Jorge Luis Borges Chats with William F. Buckley on Firing Line (1977)

Despite his respect­ed facil­i­ty with the Eng­lish lan­guage, Argen­tine mas­ter crafts­man of short fic­tion Jorge Luis Borges did his best work in his native Span­ish. Though we remem­ber pro­lif­ic inter­view­er and even more pro­lif­ic writer William F. Buck­ley for his for­mi­da­ble com­mand of Eng­lish above all else, he did­n’t even learn it as his first lan­guage, start­ing in on his Eng­lish edu­ca­tion at age sev­en, hav­ing already learned Span­ish (not to men­tion French).

This must have placed him well to appre­ci­ate Borges’ writ­ing, and indeed, in his intro­duc­tion to their Fir­ing Line con­ver­sa­tion above, Buck­ley cites Borges’ rep­u­ta­tion as the great­est, most influ­en­tial writer then alive. “We met in Buenos Aires, in 1977, dur­ing the mil­i­tary jun­ta days,” Buck­ley recalls of the tap­ing in a Paris Review inter­view. “He seemed aston­ish­ing­ly frail, but he spoke with­out a pause.”

Buck­ley goes on to pro­vide many choice quotes from Borges’ answers to ques­tions about his sight (“When you are blind, time flows in a dif­fer­ent way. It flows, let’s say, on an easy slope”), his love of Amer­i­can writ­ers like Emer­son and Melville, his lan­guages (“Of course, my Latin is very rusty. But still, as I once wrote, to have for­got­ten Latin is already, in itself, a gift”), and where he finds beau­ty and art (“A man may say a very fine thing, not being aware of it. I am hear­ing fine sen­tences all the time from the man in the street, for exam­ple. From any­body”), and how he taught (“I tried to teach my stu­dents not literature—that can’t be taught—but the love of lit­er­a­ture”). For more on that last, see also “The Dag­gers of Jorge Luis Borges,” a piece on the new book Pro­fes­sor Borges: A Course on Eng­lish Lit­er­a­ture, by Michael Green­berg in the New York Review of Books.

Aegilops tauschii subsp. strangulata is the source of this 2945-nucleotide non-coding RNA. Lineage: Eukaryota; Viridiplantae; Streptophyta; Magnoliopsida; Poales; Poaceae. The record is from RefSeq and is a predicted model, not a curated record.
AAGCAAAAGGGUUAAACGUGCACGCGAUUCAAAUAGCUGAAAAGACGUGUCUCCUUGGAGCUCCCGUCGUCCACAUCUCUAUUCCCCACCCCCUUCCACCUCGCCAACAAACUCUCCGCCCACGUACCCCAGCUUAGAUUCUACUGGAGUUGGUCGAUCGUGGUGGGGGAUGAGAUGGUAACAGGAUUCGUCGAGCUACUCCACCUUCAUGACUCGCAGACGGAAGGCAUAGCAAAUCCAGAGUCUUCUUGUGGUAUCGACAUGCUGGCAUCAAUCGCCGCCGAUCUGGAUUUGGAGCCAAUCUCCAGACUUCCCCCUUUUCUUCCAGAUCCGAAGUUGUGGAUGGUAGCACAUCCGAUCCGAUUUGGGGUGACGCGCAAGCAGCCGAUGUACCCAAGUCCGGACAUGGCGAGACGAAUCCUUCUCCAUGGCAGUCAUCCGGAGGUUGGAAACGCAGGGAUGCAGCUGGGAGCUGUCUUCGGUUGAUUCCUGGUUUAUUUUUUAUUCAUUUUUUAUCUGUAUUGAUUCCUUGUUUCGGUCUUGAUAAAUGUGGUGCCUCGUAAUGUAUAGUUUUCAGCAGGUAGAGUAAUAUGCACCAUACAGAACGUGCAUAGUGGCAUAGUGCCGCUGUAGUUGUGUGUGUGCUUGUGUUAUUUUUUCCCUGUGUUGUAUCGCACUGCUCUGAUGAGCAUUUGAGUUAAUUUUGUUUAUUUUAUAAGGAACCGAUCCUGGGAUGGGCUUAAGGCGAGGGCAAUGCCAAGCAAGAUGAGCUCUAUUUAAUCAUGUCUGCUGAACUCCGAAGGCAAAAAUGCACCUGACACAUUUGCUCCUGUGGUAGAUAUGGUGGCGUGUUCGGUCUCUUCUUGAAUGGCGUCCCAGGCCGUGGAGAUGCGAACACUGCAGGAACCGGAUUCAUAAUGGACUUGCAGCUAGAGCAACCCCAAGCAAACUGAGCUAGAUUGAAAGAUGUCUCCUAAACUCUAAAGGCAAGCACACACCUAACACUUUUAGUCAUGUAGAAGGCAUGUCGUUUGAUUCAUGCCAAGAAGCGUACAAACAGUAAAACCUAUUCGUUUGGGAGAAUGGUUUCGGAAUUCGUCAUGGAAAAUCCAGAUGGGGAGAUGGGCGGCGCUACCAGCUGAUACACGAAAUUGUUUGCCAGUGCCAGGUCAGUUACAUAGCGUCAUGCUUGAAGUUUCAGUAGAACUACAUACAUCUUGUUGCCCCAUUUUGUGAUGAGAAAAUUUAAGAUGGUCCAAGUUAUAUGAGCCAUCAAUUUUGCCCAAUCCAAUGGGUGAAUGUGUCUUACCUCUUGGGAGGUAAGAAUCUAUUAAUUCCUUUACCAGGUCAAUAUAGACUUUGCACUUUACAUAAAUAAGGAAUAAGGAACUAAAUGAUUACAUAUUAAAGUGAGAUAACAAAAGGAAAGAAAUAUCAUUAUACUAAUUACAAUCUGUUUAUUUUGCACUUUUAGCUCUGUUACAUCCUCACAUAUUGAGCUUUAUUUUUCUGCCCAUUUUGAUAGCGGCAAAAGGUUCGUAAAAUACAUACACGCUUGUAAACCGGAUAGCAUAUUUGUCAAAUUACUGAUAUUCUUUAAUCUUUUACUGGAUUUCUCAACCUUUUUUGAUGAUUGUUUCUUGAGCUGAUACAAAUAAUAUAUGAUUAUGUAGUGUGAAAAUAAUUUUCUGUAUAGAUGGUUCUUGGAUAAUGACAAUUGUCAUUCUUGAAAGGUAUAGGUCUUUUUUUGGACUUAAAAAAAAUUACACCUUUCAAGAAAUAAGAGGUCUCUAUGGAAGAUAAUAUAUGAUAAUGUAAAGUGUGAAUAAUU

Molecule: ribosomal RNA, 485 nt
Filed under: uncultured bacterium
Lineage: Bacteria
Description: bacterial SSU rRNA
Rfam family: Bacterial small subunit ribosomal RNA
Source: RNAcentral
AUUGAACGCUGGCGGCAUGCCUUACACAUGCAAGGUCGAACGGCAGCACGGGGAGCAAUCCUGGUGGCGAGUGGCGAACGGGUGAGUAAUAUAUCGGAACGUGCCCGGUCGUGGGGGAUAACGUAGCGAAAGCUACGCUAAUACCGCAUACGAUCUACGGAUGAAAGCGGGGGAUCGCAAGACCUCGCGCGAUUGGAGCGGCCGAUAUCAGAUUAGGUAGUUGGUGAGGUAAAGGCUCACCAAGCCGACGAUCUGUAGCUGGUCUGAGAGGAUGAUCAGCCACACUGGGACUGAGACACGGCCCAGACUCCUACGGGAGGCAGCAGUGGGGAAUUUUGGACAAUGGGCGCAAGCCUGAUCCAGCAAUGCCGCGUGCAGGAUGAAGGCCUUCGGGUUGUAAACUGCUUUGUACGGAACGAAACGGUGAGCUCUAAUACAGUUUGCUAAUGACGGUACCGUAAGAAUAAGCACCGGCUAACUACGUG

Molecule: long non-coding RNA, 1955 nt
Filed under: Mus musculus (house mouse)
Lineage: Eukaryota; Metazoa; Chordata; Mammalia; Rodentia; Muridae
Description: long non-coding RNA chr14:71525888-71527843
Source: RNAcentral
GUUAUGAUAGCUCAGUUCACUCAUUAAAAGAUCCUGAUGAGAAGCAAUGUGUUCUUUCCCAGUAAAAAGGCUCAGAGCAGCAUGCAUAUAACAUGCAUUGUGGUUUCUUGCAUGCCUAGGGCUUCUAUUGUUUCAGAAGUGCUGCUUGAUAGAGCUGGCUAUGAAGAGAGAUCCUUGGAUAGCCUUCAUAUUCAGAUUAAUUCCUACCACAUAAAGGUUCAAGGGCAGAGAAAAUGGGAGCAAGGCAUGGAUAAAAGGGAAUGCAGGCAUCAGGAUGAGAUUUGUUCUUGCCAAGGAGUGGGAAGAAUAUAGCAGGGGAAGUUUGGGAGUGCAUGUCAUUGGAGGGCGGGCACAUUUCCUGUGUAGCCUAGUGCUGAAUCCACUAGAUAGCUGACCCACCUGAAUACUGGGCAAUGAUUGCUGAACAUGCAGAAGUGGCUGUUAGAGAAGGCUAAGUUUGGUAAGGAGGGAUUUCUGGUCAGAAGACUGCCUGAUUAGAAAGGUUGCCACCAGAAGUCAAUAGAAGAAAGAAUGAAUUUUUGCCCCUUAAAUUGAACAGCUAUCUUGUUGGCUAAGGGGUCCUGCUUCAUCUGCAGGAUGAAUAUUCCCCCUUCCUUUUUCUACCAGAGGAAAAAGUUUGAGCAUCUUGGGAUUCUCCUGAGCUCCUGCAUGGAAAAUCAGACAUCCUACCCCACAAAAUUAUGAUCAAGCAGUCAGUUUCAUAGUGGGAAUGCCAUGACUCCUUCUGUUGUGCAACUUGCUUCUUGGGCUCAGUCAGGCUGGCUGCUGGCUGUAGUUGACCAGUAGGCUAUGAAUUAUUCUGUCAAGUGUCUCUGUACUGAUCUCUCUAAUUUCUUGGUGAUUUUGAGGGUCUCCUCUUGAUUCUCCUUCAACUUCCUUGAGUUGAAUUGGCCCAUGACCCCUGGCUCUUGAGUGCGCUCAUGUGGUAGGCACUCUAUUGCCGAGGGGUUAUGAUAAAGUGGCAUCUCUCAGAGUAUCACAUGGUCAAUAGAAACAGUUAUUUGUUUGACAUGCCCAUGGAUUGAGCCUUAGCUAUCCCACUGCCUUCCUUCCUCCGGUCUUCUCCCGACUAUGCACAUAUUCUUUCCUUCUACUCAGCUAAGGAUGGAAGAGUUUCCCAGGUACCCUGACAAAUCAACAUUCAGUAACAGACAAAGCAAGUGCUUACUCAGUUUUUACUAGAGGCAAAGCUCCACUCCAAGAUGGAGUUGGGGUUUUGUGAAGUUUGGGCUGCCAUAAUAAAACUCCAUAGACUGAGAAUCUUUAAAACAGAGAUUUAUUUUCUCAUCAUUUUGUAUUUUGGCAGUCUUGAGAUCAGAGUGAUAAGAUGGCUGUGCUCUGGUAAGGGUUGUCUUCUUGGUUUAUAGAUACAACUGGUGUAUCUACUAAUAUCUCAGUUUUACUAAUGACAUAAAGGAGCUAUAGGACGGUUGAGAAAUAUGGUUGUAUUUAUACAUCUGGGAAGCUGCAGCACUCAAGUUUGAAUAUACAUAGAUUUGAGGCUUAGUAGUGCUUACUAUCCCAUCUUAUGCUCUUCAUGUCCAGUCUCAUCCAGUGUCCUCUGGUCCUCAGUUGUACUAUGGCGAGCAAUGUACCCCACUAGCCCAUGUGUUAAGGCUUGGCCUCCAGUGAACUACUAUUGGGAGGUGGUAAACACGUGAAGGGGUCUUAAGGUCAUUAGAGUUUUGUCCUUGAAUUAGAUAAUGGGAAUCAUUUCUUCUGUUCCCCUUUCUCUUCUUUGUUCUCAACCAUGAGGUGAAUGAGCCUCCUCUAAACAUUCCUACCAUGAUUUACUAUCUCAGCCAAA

Relat­ed Con­tent:

The 33 Vol­umes of Jorge Luis Borges’ Favorite Short Sto­ries (Read 7 Free Online)

Borges: Pro­file of a Writer Presents the Life and Writ­ings of Argentina’s Favorite Son, Jorge Luis Borges

Jorge Luis Borges’ 1967–8 Nor­ton Lec­tures On Poet­ry (And Every­thing Else Lit­er­ary)

Two Draw­ings by Jorge Luis Borges Illus­trate the Author’s Obses­sions

Col­in Mar­shall hosts and pro­duces Note­book on Cities and Cul­ture and writes essays on cities, Asia, film, lit­er­a­ture, and aes­thet­ics. He’s at work on a book about Los Ange­les, A Los Ange­les Primer. Fol­low him on Twit­ter at @colinmarshall or on his brand new Face­book page.


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  • Gladis Clavel Jameson Moreno says:

    I felt priv­i­leged to be able to see this extra­or­di­nary inter­view! I love and admire argen­tine writer Jorge Luis Borges, an epic trea­sure to my beloved Argenti­na.
    Also, I enjoyed to lis­ten the rich­ness of knowl­edge, wis­dom and cre­ativ­i­ty of Borges and the poise, inter­view style and excel­lent deliv­ery of William Buck­ley as well👏

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